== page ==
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Zi-Wei Chiou September 18, 2001 12:54

Volume Loss in Level Set Method
The main drawback of the level set method is its inability to rigorous conserve mass. This method can suffer from severe volume loss especially on relatively coarse grids commonly used in computer graphics. This is clearly visible when regions of liquid break away during splashing and then disappear because they are too small to be resolved by the level set.

In a SIGGRAPH paper, Foster suggested a hybrid system of level set method and "particles" to address this problem. Particles are introduced according in the high curvature regions (indicating splashing), where the particles are a better indicator of the free surface curve and are allowed to modify the dynmaic level set.

Are there any other special techniques to solve this problem? In computer graphics, we don't need very accurate algorithms, but that can capture significant visual effects (e.g. splashs).

Foster, N.; Fedkiw, R., Practical Animation of Liquids, in Proceddings of ACM SIGGRAPH 2001.

Junseok Kim September 18, 2001 13:06

Re: Volume Loss in Level Set Method
Recently my advisor and I did some simulations with jet pinch off and hitting the wall, and also hitting another liquid, most of them are relatively low Reynolds numbers, so you can hardly see the splash, but if we use high Reynolds numbers, you can surely see splashes. Visit my website and look at them.

They were used when my advisor gave a talk at Ford Car company.

Adrin Gharakhani September 18, 2001 14:19

Re: Volume Loss in Level Set Method
What is the Reynolds number (and based on what). The jet flows in particular look very laminar - Re~O(1~10)?

Adrin Gharakhani

Junseok Kim September 18, 2001 14:43

Re: Volume Loss in Level Set Method
The Reynolds number were from 35 to 57 ranges, and simulations there weren't matched with experiment data. Those were just for testings, now I am doing comparisions with real experiment data with department of Aerospace

If you have more interests in that projects, visit our co project website.

And for the detailed parameters, look their papers. In their website.

Longmire, E.K., Norman, T.L., and Gefroh, D.L., "Dynamics of Pinch-off in Liquid/Liquid Jets with

Surface Tension," International Journal of Multiphase Flow, to appear 2001.

Junseok Kim September 18, 2001 14:48

Re: Volume Loss in Level Set Method
The Reynolds number is based on exit velocity, viscosity and density, diameter of jet.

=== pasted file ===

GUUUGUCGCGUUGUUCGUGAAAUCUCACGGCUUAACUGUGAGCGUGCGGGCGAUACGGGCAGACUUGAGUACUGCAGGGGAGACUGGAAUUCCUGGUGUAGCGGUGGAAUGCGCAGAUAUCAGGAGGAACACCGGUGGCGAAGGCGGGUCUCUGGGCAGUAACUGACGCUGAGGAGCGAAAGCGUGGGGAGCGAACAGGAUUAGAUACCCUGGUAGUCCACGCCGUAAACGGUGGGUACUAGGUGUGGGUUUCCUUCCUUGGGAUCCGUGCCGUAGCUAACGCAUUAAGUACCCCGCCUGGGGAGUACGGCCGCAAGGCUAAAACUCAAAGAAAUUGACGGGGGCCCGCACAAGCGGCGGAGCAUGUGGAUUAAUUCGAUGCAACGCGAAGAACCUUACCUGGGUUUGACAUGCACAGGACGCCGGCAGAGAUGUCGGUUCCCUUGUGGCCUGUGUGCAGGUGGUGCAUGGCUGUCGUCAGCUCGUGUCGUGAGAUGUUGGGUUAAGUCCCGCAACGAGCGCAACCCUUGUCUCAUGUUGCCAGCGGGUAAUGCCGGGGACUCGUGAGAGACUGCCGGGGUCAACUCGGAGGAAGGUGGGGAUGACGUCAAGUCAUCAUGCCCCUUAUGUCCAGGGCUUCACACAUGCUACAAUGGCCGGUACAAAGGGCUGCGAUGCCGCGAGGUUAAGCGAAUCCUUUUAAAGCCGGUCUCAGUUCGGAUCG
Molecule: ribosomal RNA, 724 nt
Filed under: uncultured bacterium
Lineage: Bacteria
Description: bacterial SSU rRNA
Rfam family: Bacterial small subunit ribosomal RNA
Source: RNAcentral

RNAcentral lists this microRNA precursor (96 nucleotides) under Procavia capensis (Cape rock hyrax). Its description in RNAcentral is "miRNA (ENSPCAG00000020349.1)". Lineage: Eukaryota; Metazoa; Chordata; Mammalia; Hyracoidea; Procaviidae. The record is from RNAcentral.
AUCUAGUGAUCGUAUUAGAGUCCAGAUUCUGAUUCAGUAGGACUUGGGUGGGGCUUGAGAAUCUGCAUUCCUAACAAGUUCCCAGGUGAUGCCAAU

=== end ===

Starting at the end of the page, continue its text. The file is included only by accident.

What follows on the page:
kalyan September 18, 2001 14:49

Re: Volume Loss in Level Set Method
How good is mass conservation in these simulations?

Traditional level set formulation has severe mass conservation problems. VOF methods, on the other hand, enforce strict mass conservation but are not as good in terms of capturing the evolution of the topology. I saw a recent paper which had a hybrid level set VOF in JCP. I have not had time to read it but is perhaps helpful here.

If you looking to model surface effects (surface tension, evaporation etc.), both level sets and VOF have problems. Then, I would suggest using diffuse-interface methods (also called phase-field methods). But they are unsuitable for graphics since the interfaces are smeared and no longer represented by a 2D surface.

Helge September 19, 2001 09:37

Re: Volume Loss in Level Set Method
Another method to capture fluid/gas interfaces is the MAC method (marcer and cell). Massless particles marc the liquid volume. The particles are moved by the flow field. The interface is kept within one cell so is the jump in the density. A disadvantage is its high computercost because 20 times more particles are needed then liquid cells and these particles need to be tracked during the time steps. You may search for terms like MAC, interface tracking and so on in your library. Some nice articles once were published in the web by Douglas B. Kothe and William J. Rider from Los Alamos National Laboratory. You may find these in your library.

A faster version of the traditional MAC algorithm was developed by Dehmel in his diploma thesis. The algorithm just need the particles in the cells adjacent to the surface and some cells below it called the particle depot. You find his work here:


Unfortunately it is written in German. But you may get the code from Prof. Zenger (look at Just ask.

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